Change is not easy. However, I enjoyed change management and built a 40-year career on disruption and managing change in healthcare. But the change we need now is different. This is change with an eternal purpose. God the Father moved to make a change in me and to revive my Spirit toward Him. A personal revival experience. Thankfully, it did not take a lengthy Mt. Horeb walk (see previous post). However, He is still working on me; it is, after all, a journey. If you earnestly seek Him, I believe the same will happen to you.

The word revival has made a resurgence in the evangelical world as of late. It has been used to explain many things we are observing. Revival, however, is only a part of what God is calling leaders in His church or Ekklesia to do. Side note here: the Ekklesia is not the four walls of a church but represents the whole body of the church, wherever it happens to be. The Western, empirical church has attempted to force the Ekklesia into the four walls of the building we visit once a week to “gather” with other believers. Not so; the church is so much more. Revival can start the change which holds eternal consequences. God has shown me that there are phases to revival, and historical revivals have passed through these phases with differing degrees of success.

The definition of revival from Noah Webster (1828) is the return or recall to activity from a state of languor. Today’s Ekklesia (church) has definitely been in a state of languor. But, for a revival to be initiated, an awakening must first take place. This awakening can happen within a church, leading to a reinvigoration of spiritual matters, aka., revival. Or, outside the church body, organically initiated by the Holy Spirit as an awakening of new followers of Christ.

It is said that America has gone through two “great awakenings.” The first was led by such notables as Jonathan Edwards and George Whitefield prior to the American Revolution, and the second was led by Finny, McGready, and Stone et al., around the turn of the 18th  to the 19th century, lasting to just before the American Civil War. These were both awakenings and revivals as they reached outside and into the church. These movements can be precipitated by an economic downturn, war, and moral collapse, but whatever the catalyst, it is allowed by God. In the scripture, we see many revivals of the nation of Israel after war, famine, and captivity. The lesson is that we do not learn so God has to chasten us back to His Kingdom.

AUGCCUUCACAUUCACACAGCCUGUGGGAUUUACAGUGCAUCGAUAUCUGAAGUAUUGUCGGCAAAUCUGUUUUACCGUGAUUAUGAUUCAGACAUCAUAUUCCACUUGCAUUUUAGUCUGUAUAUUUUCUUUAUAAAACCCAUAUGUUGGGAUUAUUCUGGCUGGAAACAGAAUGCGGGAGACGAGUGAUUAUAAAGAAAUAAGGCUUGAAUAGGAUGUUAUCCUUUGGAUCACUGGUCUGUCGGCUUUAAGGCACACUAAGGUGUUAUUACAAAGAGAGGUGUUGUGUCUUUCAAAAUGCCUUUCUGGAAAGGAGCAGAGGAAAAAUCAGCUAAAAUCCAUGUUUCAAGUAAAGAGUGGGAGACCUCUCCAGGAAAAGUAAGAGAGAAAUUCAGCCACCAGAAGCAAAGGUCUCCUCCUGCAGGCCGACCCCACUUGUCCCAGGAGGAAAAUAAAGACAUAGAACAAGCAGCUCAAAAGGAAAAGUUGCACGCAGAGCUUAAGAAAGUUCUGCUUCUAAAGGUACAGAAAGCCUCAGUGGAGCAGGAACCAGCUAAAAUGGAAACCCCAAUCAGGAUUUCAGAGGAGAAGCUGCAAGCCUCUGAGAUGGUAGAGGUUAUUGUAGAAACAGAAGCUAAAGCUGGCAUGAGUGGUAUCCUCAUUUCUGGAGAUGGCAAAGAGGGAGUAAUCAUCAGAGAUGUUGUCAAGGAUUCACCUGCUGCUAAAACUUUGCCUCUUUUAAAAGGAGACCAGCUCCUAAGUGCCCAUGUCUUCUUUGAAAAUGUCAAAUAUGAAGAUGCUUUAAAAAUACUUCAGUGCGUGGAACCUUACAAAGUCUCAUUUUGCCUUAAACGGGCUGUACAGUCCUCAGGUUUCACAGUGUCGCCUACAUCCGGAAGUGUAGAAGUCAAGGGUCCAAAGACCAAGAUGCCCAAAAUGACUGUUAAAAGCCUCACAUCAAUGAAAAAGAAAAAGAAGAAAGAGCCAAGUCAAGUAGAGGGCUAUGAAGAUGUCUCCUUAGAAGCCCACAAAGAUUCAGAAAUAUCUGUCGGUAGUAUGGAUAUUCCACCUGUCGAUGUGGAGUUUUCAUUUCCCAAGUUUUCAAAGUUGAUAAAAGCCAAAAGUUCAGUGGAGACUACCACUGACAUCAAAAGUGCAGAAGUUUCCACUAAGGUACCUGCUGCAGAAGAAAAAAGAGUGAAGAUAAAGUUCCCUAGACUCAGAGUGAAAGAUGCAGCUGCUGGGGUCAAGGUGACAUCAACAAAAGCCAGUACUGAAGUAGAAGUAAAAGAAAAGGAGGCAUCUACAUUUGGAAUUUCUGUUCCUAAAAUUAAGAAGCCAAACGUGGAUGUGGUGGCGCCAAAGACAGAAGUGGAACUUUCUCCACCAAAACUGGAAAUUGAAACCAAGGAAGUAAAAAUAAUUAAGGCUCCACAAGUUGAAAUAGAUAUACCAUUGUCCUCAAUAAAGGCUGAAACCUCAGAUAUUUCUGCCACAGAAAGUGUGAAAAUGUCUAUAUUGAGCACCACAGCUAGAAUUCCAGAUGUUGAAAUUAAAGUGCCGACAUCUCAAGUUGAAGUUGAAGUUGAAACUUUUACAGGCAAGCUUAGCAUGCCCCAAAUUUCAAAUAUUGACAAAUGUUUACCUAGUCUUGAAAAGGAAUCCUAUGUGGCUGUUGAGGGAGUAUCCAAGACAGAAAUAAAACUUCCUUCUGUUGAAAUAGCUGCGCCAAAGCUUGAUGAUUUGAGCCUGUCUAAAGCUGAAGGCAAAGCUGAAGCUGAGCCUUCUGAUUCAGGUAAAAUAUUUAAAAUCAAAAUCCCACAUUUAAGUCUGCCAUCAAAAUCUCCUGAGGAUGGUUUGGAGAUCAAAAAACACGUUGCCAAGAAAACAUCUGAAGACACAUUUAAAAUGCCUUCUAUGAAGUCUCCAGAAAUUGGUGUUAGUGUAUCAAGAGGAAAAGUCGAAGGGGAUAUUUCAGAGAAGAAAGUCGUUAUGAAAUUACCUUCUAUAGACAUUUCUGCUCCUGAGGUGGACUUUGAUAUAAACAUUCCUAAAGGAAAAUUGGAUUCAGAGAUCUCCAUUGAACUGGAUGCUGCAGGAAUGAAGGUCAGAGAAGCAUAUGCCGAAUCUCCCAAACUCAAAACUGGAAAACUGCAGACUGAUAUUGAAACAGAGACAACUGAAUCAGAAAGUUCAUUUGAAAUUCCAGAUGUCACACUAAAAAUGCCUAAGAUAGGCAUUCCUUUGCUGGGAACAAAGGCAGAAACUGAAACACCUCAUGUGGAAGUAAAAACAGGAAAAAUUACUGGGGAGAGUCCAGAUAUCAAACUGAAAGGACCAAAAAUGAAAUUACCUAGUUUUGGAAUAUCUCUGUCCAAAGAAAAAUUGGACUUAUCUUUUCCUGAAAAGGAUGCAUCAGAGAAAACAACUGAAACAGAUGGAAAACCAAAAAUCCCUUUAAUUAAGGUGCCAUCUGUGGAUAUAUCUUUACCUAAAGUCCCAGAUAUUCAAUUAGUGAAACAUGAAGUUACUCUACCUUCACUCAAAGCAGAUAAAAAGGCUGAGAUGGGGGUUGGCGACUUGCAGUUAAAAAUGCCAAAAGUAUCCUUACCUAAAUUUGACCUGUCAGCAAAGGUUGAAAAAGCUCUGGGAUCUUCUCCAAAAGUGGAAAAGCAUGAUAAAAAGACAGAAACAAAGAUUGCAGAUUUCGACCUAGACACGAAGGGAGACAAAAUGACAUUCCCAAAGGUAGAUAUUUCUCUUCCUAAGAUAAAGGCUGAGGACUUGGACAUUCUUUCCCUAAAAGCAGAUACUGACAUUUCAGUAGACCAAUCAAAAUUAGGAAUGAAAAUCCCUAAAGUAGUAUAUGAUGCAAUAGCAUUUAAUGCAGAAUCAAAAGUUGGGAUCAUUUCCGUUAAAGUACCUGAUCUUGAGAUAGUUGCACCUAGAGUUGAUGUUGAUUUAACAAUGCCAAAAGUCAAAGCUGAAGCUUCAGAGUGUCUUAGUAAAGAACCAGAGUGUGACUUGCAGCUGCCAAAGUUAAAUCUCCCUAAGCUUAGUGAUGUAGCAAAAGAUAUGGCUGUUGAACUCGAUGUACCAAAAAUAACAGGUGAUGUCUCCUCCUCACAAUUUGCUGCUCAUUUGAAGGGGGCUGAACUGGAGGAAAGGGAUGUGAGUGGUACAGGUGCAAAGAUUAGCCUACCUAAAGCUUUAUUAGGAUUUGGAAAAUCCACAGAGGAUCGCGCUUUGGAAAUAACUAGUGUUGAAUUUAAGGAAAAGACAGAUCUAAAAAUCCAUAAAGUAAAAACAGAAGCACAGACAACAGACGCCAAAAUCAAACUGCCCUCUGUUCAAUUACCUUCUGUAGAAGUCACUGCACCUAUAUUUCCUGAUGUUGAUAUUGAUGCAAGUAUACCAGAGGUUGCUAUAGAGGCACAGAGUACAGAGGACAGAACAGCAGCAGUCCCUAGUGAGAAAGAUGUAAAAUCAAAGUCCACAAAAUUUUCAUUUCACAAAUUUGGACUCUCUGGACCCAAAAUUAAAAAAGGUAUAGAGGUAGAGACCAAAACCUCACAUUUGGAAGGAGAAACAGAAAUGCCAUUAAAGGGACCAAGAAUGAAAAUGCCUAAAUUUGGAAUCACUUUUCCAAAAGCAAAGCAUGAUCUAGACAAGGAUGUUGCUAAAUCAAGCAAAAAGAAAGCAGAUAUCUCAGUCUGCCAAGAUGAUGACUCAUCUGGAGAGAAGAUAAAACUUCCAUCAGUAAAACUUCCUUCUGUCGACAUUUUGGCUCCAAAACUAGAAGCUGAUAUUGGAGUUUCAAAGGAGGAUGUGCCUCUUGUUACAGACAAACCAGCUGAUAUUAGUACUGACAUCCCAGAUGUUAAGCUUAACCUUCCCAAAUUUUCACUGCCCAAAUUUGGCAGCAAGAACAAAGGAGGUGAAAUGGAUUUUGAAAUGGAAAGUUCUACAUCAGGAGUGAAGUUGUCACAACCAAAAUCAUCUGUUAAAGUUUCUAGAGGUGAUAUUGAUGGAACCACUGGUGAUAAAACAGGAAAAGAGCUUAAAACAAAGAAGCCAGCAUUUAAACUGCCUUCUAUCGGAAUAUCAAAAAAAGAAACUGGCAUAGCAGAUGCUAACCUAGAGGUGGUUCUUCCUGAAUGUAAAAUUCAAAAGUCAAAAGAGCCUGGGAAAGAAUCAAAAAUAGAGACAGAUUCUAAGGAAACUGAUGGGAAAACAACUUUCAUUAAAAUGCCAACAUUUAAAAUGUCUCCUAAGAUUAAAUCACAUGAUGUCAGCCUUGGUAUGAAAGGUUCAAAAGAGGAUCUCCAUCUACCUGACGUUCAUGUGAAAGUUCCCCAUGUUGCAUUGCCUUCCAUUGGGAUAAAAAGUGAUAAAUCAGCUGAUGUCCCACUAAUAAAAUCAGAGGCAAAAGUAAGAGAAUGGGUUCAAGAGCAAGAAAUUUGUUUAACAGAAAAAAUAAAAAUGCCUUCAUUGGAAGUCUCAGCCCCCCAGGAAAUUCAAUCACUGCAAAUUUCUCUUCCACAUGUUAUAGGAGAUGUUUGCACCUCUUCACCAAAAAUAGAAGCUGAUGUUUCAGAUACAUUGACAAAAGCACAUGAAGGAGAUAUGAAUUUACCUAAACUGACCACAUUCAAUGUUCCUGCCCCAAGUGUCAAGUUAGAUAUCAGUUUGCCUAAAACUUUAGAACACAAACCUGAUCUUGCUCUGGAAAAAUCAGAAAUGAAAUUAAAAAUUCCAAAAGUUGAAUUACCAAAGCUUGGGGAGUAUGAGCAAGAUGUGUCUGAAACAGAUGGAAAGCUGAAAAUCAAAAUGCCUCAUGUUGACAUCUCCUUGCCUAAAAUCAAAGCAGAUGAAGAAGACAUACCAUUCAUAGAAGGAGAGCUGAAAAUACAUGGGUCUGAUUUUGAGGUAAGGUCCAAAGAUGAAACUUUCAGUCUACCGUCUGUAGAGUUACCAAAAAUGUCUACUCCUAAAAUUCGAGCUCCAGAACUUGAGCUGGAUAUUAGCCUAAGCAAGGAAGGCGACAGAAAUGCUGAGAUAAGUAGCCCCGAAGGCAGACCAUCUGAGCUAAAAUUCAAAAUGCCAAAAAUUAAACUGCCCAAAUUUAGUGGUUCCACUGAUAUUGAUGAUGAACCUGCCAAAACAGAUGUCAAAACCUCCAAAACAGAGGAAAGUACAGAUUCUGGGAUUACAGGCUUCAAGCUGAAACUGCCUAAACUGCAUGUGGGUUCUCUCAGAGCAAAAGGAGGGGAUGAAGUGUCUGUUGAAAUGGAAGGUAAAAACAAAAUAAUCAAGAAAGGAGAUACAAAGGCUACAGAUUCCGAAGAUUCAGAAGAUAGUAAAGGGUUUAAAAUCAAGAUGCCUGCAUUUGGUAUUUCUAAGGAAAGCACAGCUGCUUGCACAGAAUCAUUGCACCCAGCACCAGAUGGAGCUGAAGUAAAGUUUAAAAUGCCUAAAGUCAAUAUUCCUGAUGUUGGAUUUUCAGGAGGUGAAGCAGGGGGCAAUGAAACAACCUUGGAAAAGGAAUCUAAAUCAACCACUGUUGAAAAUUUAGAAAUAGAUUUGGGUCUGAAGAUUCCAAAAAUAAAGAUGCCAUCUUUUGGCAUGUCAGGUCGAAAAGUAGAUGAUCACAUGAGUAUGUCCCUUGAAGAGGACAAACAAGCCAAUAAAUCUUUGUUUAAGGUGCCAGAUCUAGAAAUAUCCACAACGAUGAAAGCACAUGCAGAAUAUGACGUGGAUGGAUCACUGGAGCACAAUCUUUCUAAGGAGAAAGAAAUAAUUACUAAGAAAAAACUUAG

Does America have another awakening/revival left in her? The Jesus movement in the late 60s’ and early 70s, along with the recent events at Ashbury, Lee, and Auburn (among others), would seem to point out that God hasn’t left us and is still willing to work within us. Perhaps it is the clarion call from Amos to “Seek me and live” (5:4) and to “Seek the Lord and live.” (5:6). This awakening and subsequent revival need leaders who understand they are in their role only by the grace of God. It is not a denominational movement or one led by a single person. This revival/awakening must focus on God first and always.

The job of a leader in this season is to get out of the way and let it grow through whomever God has anointed as a teacher, evangelist, and worshiper. The role of the leader then becomes the most important phase of revival, discipleship.

Recently, I have participated in two extraordinary evangelistic outreaches and have engaged with a campus-based ministry focused on outreach and evangelism. Both of these ministries, while focused on evangelism, put equal, if not more, weight on the discipleship phase of this awakening/revival. Getting someone to the Cross is not enough; equipping them to live with Christ is of great importance. The leader’s engagement of time, resources, experiences, and mentoring will help to keep our new and returning brothers and sisters focused. We, as leaders in this phase, are helping to equip these brothers and sisters with the extra oil—see prior post—to keep them strong when culture attacks.

The key takeaways from this post are that leadership during revival is patient; it waits on God. Leadership may require an internal change/revival of spirit, so let God have His way in His time. Leadership also requires action on your part in the form of discipleship, aka., mentoring. This has a lasting impact on His Kingdom.

Kevin Uncategorized

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